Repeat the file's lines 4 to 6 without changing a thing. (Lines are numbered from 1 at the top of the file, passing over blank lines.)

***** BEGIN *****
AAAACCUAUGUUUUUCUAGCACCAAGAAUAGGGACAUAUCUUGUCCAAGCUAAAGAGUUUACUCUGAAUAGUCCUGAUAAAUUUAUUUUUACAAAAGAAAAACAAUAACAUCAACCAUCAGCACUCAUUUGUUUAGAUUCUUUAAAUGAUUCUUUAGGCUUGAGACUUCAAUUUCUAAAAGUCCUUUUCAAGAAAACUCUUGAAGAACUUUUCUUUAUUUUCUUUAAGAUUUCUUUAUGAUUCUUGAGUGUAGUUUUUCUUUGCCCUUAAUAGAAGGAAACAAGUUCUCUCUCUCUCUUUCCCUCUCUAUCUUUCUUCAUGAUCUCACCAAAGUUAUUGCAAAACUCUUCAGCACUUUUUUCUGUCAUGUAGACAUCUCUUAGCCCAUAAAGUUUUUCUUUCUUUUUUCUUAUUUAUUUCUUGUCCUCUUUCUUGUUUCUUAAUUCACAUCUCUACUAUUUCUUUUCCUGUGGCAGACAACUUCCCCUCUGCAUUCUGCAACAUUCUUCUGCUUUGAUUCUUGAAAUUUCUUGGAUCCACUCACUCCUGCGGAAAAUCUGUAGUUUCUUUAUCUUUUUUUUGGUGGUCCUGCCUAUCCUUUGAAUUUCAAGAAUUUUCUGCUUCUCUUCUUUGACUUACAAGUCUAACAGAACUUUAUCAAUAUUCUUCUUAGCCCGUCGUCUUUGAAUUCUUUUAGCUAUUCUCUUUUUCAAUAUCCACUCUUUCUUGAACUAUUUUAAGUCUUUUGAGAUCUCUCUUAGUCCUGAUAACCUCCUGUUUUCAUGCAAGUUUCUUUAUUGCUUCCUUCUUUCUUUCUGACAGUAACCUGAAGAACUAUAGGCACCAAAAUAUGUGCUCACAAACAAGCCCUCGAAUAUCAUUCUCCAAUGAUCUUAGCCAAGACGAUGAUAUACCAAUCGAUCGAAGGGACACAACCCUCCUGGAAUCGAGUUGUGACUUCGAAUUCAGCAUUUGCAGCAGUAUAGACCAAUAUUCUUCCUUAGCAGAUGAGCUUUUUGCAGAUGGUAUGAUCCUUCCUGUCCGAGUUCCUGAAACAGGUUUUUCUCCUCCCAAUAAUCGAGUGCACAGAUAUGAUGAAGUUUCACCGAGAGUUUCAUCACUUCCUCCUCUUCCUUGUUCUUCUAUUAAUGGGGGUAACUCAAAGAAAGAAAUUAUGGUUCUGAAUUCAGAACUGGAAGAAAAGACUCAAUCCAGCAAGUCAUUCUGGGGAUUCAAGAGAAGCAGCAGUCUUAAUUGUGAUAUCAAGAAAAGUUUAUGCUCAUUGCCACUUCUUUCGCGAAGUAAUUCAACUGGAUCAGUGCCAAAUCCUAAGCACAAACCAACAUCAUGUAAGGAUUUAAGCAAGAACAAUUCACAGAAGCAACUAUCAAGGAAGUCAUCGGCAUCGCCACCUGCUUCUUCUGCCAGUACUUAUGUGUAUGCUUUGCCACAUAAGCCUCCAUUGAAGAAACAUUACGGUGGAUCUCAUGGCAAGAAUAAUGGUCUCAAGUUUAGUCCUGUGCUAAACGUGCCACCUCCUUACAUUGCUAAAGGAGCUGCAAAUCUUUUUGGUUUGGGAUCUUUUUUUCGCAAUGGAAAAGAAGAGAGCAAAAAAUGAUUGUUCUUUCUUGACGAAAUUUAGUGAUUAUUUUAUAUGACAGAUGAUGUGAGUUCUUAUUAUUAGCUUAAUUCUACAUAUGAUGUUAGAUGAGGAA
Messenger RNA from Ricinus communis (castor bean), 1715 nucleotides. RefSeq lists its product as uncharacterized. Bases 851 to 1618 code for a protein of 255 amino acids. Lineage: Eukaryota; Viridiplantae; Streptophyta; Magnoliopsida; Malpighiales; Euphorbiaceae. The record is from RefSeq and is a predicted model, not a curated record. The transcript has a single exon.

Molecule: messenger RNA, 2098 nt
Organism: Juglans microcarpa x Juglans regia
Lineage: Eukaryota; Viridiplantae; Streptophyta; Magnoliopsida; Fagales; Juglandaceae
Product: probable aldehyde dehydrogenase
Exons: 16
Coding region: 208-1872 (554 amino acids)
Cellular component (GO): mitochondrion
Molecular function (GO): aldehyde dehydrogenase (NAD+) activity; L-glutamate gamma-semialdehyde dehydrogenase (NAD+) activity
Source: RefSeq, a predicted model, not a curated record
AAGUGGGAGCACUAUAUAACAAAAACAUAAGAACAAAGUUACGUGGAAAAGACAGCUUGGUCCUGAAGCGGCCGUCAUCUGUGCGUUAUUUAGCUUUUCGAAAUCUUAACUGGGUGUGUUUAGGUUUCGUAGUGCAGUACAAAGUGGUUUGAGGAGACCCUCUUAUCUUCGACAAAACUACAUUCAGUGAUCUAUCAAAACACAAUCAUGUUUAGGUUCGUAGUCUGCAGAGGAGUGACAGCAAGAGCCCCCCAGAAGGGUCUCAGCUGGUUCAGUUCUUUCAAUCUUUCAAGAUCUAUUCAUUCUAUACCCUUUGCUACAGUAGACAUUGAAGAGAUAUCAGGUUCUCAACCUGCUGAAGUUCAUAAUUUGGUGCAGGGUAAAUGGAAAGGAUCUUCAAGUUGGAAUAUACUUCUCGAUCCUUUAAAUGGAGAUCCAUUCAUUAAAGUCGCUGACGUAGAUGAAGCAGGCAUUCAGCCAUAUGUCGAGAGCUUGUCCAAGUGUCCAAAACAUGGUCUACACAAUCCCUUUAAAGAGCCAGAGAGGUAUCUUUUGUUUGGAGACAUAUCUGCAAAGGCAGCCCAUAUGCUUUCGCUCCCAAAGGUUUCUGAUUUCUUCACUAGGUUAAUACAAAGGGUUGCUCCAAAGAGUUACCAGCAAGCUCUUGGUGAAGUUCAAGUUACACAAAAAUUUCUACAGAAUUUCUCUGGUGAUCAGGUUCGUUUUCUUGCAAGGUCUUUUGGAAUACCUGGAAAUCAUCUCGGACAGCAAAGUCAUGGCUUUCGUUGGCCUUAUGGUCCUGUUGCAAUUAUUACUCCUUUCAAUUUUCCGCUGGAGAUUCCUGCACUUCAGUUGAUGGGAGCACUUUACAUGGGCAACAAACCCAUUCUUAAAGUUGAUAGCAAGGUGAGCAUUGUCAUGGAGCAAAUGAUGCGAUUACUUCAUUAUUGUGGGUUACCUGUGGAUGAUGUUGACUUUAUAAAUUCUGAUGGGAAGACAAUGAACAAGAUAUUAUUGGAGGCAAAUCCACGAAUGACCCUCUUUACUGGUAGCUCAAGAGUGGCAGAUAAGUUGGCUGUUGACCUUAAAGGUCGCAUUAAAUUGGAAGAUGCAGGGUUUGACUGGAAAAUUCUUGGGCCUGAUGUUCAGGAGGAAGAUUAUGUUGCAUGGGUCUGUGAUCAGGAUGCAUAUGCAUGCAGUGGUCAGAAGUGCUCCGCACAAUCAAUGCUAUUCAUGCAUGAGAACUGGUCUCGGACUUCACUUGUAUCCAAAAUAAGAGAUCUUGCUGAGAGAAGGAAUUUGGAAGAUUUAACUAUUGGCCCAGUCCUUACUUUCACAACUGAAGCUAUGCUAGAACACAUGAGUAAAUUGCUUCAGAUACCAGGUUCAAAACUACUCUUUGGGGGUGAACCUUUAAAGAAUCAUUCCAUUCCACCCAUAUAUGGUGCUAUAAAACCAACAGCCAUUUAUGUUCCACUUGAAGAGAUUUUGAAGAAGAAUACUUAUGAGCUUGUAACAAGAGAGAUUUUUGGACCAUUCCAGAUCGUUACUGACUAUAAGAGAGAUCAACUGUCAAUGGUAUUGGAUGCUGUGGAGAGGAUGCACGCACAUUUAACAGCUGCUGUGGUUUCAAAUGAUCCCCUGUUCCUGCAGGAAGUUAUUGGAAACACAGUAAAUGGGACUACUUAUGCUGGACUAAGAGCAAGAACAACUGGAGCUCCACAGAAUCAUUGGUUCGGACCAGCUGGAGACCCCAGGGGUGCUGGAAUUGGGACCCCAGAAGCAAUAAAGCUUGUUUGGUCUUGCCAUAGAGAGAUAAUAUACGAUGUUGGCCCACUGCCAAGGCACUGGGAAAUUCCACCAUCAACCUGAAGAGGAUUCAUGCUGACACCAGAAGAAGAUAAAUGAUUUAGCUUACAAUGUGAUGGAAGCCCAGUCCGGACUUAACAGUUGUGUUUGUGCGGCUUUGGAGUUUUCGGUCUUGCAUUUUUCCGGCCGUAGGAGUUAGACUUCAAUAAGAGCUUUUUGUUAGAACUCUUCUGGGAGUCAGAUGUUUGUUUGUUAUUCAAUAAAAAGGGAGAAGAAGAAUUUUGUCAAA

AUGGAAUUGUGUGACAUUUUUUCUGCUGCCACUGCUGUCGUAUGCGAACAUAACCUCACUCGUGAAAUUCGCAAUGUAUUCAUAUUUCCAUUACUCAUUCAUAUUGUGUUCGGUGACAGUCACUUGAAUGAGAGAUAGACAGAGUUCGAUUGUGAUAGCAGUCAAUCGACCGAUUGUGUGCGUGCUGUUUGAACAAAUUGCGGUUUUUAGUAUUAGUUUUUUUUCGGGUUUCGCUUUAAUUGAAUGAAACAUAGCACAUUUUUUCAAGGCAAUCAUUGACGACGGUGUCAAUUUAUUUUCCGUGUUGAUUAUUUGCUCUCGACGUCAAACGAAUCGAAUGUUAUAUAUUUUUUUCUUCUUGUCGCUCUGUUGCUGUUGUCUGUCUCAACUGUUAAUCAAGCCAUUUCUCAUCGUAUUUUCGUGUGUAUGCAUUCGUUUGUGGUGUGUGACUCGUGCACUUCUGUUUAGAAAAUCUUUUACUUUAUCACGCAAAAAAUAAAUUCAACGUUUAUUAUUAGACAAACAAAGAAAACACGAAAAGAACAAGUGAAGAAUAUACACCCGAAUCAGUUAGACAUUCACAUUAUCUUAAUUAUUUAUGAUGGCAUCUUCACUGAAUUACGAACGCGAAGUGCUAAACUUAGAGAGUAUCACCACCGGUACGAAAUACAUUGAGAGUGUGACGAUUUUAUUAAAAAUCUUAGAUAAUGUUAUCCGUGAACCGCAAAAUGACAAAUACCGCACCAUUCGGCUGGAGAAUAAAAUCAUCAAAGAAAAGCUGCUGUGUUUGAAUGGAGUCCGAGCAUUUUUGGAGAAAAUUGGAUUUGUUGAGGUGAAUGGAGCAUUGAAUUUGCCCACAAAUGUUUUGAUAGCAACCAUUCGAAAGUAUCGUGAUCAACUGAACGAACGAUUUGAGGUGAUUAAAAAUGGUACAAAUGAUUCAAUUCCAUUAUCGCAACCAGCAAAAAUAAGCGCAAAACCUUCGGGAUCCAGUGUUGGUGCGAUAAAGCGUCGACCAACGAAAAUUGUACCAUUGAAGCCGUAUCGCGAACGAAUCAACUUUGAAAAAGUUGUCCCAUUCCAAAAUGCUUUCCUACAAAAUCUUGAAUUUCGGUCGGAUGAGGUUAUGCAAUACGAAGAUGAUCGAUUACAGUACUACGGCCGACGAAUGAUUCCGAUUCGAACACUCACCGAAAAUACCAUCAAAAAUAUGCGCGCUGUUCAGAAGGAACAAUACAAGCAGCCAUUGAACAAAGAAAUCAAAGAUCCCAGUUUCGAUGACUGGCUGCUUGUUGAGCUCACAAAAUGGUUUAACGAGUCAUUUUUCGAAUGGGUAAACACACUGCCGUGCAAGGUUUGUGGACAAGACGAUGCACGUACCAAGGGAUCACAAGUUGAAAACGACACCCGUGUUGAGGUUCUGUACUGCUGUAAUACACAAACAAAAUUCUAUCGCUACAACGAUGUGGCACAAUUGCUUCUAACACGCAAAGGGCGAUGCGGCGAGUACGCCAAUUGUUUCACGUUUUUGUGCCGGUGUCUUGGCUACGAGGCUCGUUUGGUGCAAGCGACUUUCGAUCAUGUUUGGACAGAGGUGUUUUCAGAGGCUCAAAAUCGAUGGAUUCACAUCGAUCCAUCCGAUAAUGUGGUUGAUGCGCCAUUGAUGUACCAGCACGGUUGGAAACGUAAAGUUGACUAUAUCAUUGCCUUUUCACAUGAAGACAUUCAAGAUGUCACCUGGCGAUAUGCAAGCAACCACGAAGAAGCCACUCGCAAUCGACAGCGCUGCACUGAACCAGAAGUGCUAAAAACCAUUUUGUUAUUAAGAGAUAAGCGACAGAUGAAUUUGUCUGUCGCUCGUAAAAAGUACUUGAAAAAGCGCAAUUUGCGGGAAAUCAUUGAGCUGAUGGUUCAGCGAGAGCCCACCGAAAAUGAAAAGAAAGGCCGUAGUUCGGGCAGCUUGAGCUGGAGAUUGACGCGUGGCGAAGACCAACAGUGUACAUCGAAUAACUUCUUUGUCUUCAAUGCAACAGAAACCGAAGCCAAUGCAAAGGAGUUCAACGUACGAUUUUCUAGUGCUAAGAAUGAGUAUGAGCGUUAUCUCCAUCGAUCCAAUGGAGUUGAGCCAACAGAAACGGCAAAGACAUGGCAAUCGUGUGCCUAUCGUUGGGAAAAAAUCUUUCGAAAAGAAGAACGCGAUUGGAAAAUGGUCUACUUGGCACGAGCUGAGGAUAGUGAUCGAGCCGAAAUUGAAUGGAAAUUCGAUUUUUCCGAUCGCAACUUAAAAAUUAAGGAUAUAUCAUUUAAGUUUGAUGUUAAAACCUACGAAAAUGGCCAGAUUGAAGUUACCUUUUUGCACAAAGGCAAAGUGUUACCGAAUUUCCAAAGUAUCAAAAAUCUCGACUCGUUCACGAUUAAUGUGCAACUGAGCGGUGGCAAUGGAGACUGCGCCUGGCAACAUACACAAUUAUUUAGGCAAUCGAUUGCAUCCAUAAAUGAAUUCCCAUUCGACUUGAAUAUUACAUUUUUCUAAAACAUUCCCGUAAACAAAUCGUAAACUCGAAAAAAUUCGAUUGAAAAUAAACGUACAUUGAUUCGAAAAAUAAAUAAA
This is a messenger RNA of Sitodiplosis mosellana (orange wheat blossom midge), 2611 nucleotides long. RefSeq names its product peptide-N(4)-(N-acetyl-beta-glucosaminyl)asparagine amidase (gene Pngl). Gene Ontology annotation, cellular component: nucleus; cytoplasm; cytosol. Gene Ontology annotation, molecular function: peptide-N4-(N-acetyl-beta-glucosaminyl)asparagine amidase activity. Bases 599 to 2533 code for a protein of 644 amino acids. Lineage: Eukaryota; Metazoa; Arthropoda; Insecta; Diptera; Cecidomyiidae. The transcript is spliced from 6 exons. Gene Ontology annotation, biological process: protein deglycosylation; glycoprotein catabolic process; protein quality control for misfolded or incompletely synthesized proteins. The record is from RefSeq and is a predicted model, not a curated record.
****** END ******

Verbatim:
Organism: Juglans microcarpa x Juglans regia
Lineage: Eukaryota; Viridiplantae; Streptophyta; Magnoliopsida; Fagales; Juglandaceae
Product: probable aldehyde dehydrogenase